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TV's challenge: How to work in the tight spaces of the new pitch clock

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When Chris Withers first learned of Major League Baseball's decision to adopt the pitch clock, his immediate thoughts turned to his own quality of life.

He's passionate about his job and regarded as one of the best producers in the industry, but if games are 25 minutes shorter, he figures that could mean the equivalent of four fewer days spent in the NBC Sports Chicago truck, where he produces White Sox television broadcasts.

In early February, he began to understand how dramatically his job - and the nature of broadcasts - was about to change.

Attending a seminar in New York for broadcasters, they were shown some televised minor-league games from last season and examples of the pace changes. He saw firsthand how difficult it was going to be to squeeze in replays, graphics, promos, and ads with only 30 seconds between batters and 15-to-20 seconds between pitches. It's his 18th season on the job, but he began to lose sleep some nights.

On Feb. 25 during the White Sox spring opener against the San Diego Padres, he got his first taste of working with baseball's new pace. It was even more jarring.

After the game he immediately met with White Sox play-by-play voice Jason Benetti.

"We are covering a different sport now," Benetti said. Withers agreed.

"What Jason said keeps hitting me," Withers told theScore this week. "Our jobs are completely different now. Having done three spring training games, it is tenfold more impactful than anything I thought it was going to be just from talking about it."

Jason Benetti surveys the scene before a 2019 game at Guaranteed Rate Field. Ron Vesely / Getty Images

Those following MLB's spring action have seen how some players are struggling to adapt to baseball's new pace and rules, but they're not the only critical industry employees facing a major adjustment.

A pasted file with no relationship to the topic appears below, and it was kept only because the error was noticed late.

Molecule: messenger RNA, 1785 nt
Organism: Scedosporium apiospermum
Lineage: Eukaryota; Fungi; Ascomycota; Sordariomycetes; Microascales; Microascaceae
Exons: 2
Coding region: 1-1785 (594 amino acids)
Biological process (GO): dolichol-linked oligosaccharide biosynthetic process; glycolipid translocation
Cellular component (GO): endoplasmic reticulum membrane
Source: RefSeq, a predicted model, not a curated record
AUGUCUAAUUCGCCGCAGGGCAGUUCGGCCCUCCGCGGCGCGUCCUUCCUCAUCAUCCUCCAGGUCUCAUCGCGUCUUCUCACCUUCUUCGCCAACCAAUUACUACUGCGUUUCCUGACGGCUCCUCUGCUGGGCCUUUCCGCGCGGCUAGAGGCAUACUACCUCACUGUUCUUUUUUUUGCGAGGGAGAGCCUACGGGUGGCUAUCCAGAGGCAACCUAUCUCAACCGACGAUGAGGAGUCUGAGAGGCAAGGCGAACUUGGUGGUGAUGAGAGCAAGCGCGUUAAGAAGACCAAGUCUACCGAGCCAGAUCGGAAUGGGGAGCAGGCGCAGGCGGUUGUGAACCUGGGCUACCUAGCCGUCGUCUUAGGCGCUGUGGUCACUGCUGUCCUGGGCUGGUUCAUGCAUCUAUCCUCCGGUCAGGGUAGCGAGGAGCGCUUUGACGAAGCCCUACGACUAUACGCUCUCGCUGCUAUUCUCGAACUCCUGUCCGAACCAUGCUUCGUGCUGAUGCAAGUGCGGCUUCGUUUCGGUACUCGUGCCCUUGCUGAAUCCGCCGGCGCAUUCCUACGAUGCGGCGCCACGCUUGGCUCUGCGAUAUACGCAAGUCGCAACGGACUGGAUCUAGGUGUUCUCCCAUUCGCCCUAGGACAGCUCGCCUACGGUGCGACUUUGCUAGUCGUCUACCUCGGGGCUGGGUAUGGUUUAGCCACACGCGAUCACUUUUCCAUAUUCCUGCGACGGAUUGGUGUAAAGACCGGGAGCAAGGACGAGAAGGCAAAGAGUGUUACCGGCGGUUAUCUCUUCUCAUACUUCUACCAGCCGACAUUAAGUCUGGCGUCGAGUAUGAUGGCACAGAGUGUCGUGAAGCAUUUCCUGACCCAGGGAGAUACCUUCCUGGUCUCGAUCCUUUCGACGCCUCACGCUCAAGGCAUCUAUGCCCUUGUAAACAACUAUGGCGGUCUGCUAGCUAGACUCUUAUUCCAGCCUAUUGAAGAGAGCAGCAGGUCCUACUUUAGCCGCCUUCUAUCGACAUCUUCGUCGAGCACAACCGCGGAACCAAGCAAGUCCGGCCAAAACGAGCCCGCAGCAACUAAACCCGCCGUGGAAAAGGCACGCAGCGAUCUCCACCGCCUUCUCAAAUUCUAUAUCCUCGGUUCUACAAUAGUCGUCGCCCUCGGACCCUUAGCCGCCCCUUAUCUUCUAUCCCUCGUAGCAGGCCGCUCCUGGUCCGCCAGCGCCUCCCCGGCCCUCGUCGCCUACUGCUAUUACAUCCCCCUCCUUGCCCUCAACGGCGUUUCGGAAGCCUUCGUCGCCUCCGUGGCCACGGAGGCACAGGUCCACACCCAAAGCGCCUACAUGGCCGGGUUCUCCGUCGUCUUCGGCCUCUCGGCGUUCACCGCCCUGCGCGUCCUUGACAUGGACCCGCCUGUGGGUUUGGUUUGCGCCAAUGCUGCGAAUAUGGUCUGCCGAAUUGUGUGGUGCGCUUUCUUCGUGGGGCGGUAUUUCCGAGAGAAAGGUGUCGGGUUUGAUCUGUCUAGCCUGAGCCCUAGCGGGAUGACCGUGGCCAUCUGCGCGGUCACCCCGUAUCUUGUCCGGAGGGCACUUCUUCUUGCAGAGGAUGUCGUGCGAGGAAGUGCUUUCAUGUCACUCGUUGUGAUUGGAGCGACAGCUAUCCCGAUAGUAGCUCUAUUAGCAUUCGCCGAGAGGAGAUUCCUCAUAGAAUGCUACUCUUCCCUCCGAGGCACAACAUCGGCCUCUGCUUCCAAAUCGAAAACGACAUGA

During that first game, Benetti felt the change immediately.

"I said to Stoney (color analyst Steve Stone) on the air, 'Are we talking faster? I think we're talking faster,'" Benetti said. "It was like, 'Wow,' the cadence and rhythm and the pace of everything we do in the booth felt different."

The majority of fans consume baseball through TV. How we watch the game is going to change - a lot.

Closed-book exam

Minor-league games were 25 minutes faster last year with the pitch clock. This spring, theScore found that the first 40 major-league exhibition games were 21 minutes quicker compared to last spring.

The amount of commercial time between innings and pitching changes is the same. That means just about all those minutes being shaved off games is coming from time between pitches - time that broadcasters have filled for years with anecdotes, extended replays, pretaped interviews, promotions, or even dead air.

Even something as routine as a play-by-play voice knowing when to hand off to the color analyst becomes more complicated.

"Everything is sped up," Benetti said. "(Stoney) joked the other day, 'I've been working between games on making my stories shorter.'"

Benetti said he doesn't expect there to be much of an issue between him and Stone. "Steve is so good at pausing for a pitch and calmly picking up the story. I've had analysts - and I think both styles work - that talk through the pitch, and if it gets put in play they just stop. Steve has this way where he smoothly pauses, the pitch comes, and if it's fouled away he continues with his story. If not, I pick up the action. He's so good at it."

White Sox television announcer Jason Benetti, left, with color analyst Steve Stone in their WGN days. Ron Vesely / Getty Images

Benetti believes his biggest adjustment will be in his preparation. Broadcasts are no longer open-book exams.

He's getting a bit of a head start in adjusting as he's also currently calling college basketball games for Fox. I spoke with Benetti as he arrived in Boise from spring training to call the Big Sky Conference title game.

When calling a college hoops game, Benetti doesn't have much time to look at notes. He must memorize facts he might want to retrieve on air since he has to keep his eyes focused on the frenetic, free-flowing action.

In the baseball booth during his first seven seasons calling White Sox games, he had plenty of time to search through a document of facts he'd prepared to find a particular note.

"Previously, with the ability to just wander between pitches, while Steve is talking and I'm listening to him, I could look in my notes and say, 'Oh, here that is,' if I needed to jog my memory," he said. "For instance, if we are talking about a guy and I wanted to confirm a statistic, or where somebody was from, you just had the time. Now you don't.

"I literally said after the first (White Sox spring) game we did that I feel like we're doing a basketball game."

Broadcaster Jon Sciambi talks to Boston Red Sox manager Alex Cora before a 2019 game. Billie Weiss / Boston Red Sox / Getty Images